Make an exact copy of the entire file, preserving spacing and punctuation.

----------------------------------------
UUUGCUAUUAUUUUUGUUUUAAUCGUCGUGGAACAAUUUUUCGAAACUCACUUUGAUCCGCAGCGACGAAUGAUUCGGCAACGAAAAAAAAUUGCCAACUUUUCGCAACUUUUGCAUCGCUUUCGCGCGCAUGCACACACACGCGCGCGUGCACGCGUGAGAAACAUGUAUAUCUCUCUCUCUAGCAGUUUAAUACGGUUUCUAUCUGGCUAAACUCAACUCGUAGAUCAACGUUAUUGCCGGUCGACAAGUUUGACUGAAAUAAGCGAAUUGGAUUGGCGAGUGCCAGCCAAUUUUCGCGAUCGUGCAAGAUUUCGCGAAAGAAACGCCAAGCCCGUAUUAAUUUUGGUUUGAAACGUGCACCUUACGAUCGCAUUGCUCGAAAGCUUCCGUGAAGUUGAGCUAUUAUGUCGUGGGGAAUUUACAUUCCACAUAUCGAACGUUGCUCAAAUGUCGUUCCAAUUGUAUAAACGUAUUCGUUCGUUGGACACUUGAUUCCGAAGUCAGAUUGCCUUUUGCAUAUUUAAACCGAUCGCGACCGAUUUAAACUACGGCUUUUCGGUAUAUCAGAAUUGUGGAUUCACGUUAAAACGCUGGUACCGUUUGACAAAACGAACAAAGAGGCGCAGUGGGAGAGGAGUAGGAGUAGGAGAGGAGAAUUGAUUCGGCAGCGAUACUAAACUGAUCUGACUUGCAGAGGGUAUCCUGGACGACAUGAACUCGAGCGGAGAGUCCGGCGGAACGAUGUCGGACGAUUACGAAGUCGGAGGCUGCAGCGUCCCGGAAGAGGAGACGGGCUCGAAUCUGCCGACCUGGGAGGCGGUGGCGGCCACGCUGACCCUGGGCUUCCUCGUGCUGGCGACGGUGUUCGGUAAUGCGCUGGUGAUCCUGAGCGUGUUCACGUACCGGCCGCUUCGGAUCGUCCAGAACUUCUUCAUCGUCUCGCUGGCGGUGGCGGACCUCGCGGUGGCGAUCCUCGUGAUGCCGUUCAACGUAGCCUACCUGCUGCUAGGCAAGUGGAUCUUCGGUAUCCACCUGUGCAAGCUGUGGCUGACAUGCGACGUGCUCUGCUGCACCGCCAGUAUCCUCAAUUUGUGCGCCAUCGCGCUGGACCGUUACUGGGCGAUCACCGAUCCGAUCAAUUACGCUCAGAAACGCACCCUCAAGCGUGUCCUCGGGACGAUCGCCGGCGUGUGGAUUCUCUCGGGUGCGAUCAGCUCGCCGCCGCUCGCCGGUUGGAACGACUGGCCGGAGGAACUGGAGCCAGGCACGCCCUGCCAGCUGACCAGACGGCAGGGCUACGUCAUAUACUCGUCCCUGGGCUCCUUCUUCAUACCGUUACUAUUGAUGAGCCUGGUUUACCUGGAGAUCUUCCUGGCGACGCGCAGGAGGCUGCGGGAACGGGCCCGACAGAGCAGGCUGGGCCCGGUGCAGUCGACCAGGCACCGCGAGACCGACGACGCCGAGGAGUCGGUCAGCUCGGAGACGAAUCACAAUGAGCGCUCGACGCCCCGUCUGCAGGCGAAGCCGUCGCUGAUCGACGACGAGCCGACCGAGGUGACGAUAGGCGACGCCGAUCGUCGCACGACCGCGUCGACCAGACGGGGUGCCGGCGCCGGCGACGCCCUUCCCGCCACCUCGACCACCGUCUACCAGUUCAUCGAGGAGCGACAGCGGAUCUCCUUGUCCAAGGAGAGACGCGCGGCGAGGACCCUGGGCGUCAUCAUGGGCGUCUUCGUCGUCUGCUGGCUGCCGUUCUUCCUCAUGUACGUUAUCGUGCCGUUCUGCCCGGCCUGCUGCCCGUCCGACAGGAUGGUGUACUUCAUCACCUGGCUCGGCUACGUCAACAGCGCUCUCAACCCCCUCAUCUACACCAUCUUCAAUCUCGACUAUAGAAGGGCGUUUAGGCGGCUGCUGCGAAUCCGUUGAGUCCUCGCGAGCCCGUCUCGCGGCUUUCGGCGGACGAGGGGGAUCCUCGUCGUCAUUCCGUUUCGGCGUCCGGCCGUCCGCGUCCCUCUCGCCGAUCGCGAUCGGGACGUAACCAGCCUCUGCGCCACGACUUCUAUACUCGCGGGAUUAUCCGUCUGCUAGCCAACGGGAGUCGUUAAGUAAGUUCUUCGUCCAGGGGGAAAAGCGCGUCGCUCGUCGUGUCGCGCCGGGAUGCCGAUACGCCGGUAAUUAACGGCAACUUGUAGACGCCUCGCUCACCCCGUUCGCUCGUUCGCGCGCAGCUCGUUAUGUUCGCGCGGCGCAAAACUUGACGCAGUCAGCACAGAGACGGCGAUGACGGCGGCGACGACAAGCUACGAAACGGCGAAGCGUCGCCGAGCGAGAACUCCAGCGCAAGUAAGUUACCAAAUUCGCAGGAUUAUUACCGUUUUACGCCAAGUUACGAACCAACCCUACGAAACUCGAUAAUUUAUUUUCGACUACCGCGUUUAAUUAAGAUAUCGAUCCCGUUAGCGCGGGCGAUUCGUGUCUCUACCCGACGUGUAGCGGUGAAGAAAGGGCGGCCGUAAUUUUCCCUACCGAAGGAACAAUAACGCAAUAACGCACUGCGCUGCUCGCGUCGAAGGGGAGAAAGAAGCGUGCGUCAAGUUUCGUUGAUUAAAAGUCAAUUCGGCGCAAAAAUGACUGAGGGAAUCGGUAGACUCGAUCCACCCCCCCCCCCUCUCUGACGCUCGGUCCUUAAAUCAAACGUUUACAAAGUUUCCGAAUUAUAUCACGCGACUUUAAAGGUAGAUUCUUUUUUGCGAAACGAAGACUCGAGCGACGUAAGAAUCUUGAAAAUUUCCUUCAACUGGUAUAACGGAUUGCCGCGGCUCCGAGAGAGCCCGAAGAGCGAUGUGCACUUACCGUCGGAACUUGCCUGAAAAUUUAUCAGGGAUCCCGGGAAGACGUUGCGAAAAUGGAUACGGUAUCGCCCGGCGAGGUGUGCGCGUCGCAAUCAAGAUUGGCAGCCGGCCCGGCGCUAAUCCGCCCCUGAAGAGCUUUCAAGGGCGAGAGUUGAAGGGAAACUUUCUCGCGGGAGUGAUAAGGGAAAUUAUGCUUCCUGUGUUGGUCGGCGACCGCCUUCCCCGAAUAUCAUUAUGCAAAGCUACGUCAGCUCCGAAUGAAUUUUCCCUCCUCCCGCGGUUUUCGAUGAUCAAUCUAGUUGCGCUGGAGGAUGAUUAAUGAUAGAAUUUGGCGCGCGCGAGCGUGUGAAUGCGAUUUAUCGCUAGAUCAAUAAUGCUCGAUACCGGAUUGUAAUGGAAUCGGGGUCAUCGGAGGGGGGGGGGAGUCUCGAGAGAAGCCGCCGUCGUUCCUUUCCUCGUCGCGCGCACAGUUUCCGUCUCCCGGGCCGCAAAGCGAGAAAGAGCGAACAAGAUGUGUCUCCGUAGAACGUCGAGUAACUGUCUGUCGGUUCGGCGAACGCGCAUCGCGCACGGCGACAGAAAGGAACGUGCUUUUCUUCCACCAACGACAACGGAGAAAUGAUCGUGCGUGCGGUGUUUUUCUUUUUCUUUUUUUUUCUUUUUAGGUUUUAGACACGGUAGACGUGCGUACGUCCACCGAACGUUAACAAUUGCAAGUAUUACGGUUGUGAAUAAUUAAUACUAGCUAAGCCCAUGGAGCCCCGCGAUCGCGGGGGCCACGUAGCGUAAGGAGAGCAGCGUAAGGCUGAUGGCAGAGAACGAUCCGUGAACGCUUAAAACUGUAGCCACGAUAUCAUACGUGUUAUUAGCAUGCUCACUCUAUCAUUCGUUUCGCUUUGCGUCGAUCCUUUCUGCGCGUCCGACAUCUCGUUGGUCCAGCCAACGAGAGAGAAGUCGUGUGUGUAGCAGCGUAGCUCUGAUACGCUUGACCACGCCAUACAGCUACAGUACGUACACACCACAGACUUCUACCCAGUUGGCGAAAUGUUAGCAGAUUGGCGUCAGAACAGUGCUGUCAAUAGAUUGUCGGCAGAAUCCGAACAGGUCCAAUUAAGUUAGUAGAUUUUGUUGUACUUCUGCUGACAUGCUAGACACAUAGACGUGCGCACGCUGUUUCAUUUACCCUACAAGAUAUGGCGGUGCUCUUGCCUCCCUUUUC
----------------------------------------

UUUGCUAUUAUUUUUGUUUUAAUCGUCGUGGAACAAUUUUUCGAAACUCACUUUGAUCCGCAGCGACGAAUGAUUCGGCAACGAAAAAAAAUUGCCAACUUUUCGCAACUUUUGCAUCGCUUUCGCGCGCAUGCACACACACGCGCGCGUGCACGCGUGAGAAACAUGUAUAUCUCUCUCUCUAGCAGUUUAAUACGGUUUCUAUCUGGCUAAACUCAACUCGUAGAUCAACGUUAUUGCCGGUCGACAAGUUUGACUGAAAUAAGCGAAUUGGAUUGGCGAGUGCCAGCCAAUUUUCGCGAUCGUGCAAGAUUUCGCGAAAGAAACGCCAAGCCCGUAUUAAUUUUGGUUUGAAACGUGCACCUUACGAUCGCAUUGCUCGAAAGCUUCCGUGAAGUUGAGCUAUUAUGUCGUGGGGAAUUUACAUUCCACAUAUCGAACGUUGCUCAAAUGUCGUUCCAAUUGUAUAAACGUAUUCGUUCGUUGGACACUUGAUUCCGAAGUCAGAUUGCCUUUUGCAUAUUUAAACCGAUCGCGACCGAUUUAAACUACGGCUUUUCGGUAUAUCAGAAUUGUGGAUUCACGUUAAAACGCUGGUACCGUUUGACAAAACGAACAAAGAGGCGCAGUGGGAGAGGAGUAGGAGUAGGAGAGGAGAAUUGAUUCGGCAGCGAUACUAAACUGAUCUGACUUGCAGAGGGUAUCCUGGACGACAUGAACUCGAGCGGAGAGUCCGGCGGAACGAUGUCGGACGAUUACGAAGUCGGAGGCUGCAGCGUCCCGGAAGAGGAGACGGGCUCGAAUCUGCCGACCUGGGAGGCGGUGGCGGCCACGCUGACCCUGGGCUUCCUCGUGCUGGCGACGGUGUUCGGUAAUGCGCUGGUGAUCCUGAGCGUGUUCACGUACCGGCCGCUUCGGAUCGUCCAGAACUUCUUCAUCGUCUCGCUGGCGGUGGCGGACCUCGCGGUGGCGAUCCUCGUGAUGCCGUUCAACGUAGCCUACCUGCUGCUAGGCAAGUGGAUCUUCGGUAUCCACCUGUGCAAGCUGUGGCUGACAUGCGACGUGCUCUGCUGCACCGCCAGUAUCCUCAAUUUGUGCGCCAUCGCGCUGGACCGUUACUGGGCGAUCACCGAUCCGAUCAAUUACGCUCAGAAACGCACCCUCAAGCGUGUCCUCGGGACGAUCGCCGGCGUGUGGAUUCUCUCGGGUGCGAUCAGCUCGCCGCCGCUCGCCGGUUGGAACGACUGGCCGGAGGAACUGGAGCCAGGCACGCCCUGCCAGCUGACCAGACGGCAGGGCUACGUCAUAUACUCGUCCCUGGGCUCCUUCUUCAUACCGUUACUAUUGAUGAGCCUGGUUUACCUGGAGAUCUUCCUGGCGACGCGCAGGAGGCUGCGGGAACGGGCCCGACAGAGCAGGCUGGGCCCGGUGCAGUCGACCAGGCACCGCGAGACCGACGACGCCGAGGAGUCGGUCAGCUCGGAGACGAAUCACAAUGAGCGCUCGACGCCCCGUCUGCAGGCGAAGCCGUCGCUGAUCGACGACGAGCCGACCGAGGUGACGAUAGGCGACGCCGAUCGUCGCACGACCGCGUCGACCAGACGGGGUGCCGGCGCCGGCGACGCCCUUCCCGCCACCUCGACCACCGUCUACCAGUUCAUCGAGGAGCGACAGCGGAUCUCCUUGUCCAAGGAGAGACGCGCGGCGAGGACCCUGGGCGUCAUCAUGGGCGUCUUCGUCGUCUGCUGGCUGCCGUUCUUCCUCAUGUACGUUAUCGUGCCGUUCUGCCCGGCCUGCUGCCCGUCCGACAGGAUGGUGUACUUCAUCACCUGGCUCGGCUACGUCAACAGCGCUCUCAACCCCCUCAUCUACACCAUCUUCAAUCUCGACUAUAGAAGGGCGUUUAGGCGGCUGCUGCGAAUCCGUUGAGUCCUCGCGAGCCCGUCUCGCGGCUUUCGGCGGACGAGGGGGAUCCUCGUCGUCAUUCCGUUUCGGCGUCCGGCCGUCCGCGUCCCUCUCGCCGAUCGCGAUCGGGACGUAACCAGCCUCUGCGCCACGACUUCUAUACUCGCGGGAUUAUCCGUCUGCUAGCCAACGGGAGUCGUUAAGUAAGUUCUUCGUCCAGGGGGAAAAGCGCGUCGCUCGUCGUGUCGCGCCGGGAUGCCGAUACGCCGGUAAUUAACGGCAACUUGUAGACGCCUCGCUCACCCCGUUCGCUCGUUCGCGCGCAGCUCGUUAUGUUCGCGCGGCGCAAAACUUGACGCAGUCAGCACAGAGACGGCGAUGACGGCGGCGACGACAAGCUACGAAACGGCGAAGCGUCGCCGAGCGAGAACUCCAGCGCAAGUAAGUUACCAAAUUCGCAGGAUUAUUACCGUUUUACGCCAAGUUACGAACCAACCCUACGAAACUCGAUAAUUUAUUUUCGACUACCGCGUUUAAUUAAGAUAUCGAUCCCGUUAGCGCGGGCGAUUCGUGUCUCUACCCGACGUGUAGCGGUGAAGAAAGGGCGGCCGUAAUUUUCCCUACCGAAGGAACAAUAACGCAAUAACGCACUGCGCUGCUCGCGUCGAAGGGGAGAAAGAAGCGUGCGUCAAGUUUCGUUGAUUAAAAGUCAAUUCGGCGCAAAAAUGACUGAGGGAAUCGGUAGACUCGAUCCACCCCCCCCCCCUCUCUGACGCUCGGUCCUUAAAUCAAACGUUUACAAAGUUUCCGAAUUAUAUCACGCGACUUUAAAGGUAGAUUCUUUUUUGCGAAACGAAGACUCGAGCGACGUAAGAAUCUUGAAAAUUUCCUUCAACUGGUAUAACGGAUUGCCGCGGCUCCGAGAGAGCCCGAAGAGCGAUGUGCACUUACCGUCGGAACUUGCCUGAAAAUUUAUCAGGGAUCCCGGGAAGACGUUGCGAAAAUGGAUACGGUAUCGCCCGGCGAGGUGUGCGCGUCGCAAUCAAGAUUGGCAGCCGGCCCGGCGCUAAUCCGCCCCUGAAGAGCUUUCAAGGGCGAGAGUUGAAGGGAAACUUUCUCGCGGGAGUGAUAAGGGAAAUUAUGCUUCCUGUGUUGGUCGGCGACCGCCUUCCCCGAAUAUCAUUAUGCAAAGCUACGUCAGCUCCGAAUGAAUUUUCCCUCCUCCCGCGGUUUUCGAUGAUCAAUCUAGUUGCGCUGGAGGAUGAUUAAUGAUAGAAUUUGGCGCGCGCGAGCGUGUGAAUGCGAUUUAUCGCUAGAUCAAUAAUGCUCGAUACCGGAUUGUAAUGGAAUCGGGGUCAUCGGAGGGGGGGGGGAGUCUCGAGAGAAGCCGCCGUCGUUCCUUUCCUCGUCGCGCGCACAGUUUCCGUCUCCCGGGCCGCAAAGCGAGAAAGAGCGAACAAGAUGUGUCUCCGUAGAACGUCGAGUAACUGUCUGUCGGUUCGGCGAACGCGCAUCGCGCACGGCGACAGAAAGGAACGUGCUUUUCUUCCACCAACGACAACGGAGAAAUGAUCGUGCGUGCGGUGUUUUUCUUUUUCUUUUUUUUUCUUUUUAGGUUUUAGACACGGUAGACGUGCGUACGUCCACCGAACGUUAACAAUUGCAAGUAUUACGGUUGUGAAUAAUUAAUACUAGCUAAGCCCAUGGAGCCCCGCGAUCGCGGGGGCCACGUAGCGUAAGGAGAGCAGCGUAAGGCUGAUGGCAGAGAACGAUCCGUGAACGCUUAAAACUGUAGCCACGAUAUCAUACGUGUUAUUAGCAUGCUCACUCUAUCAUUCGUUUCGCUUUGCGUCGAUCCUUUCUGCGCGUCCGACAUCUCGUUGGUCCAGCCAACGAGAGAGAAGUCGUGUGUGUAGCAGCGUAGCUCUGAUACGCUUGACCACGCCAUACAGCUACAGUACGUACACACCACAGACUUCUACCCAGUUGGCGAAAUGUUAGCAGAUUGGCGUCAGAACAGUGCUGUCAAUAGAUUGUCGGCAGAAUCCGAACAGGUCCAAUUAAGUUAGUAGAUUUUGUUGUACUUCUGCUGACAUGCUAGACACAUAGACGUGCGCACGCUGUUUCAUUUACCCUACAAGAUAUGGCGGUGCUCUUGCCUCCCUUUUC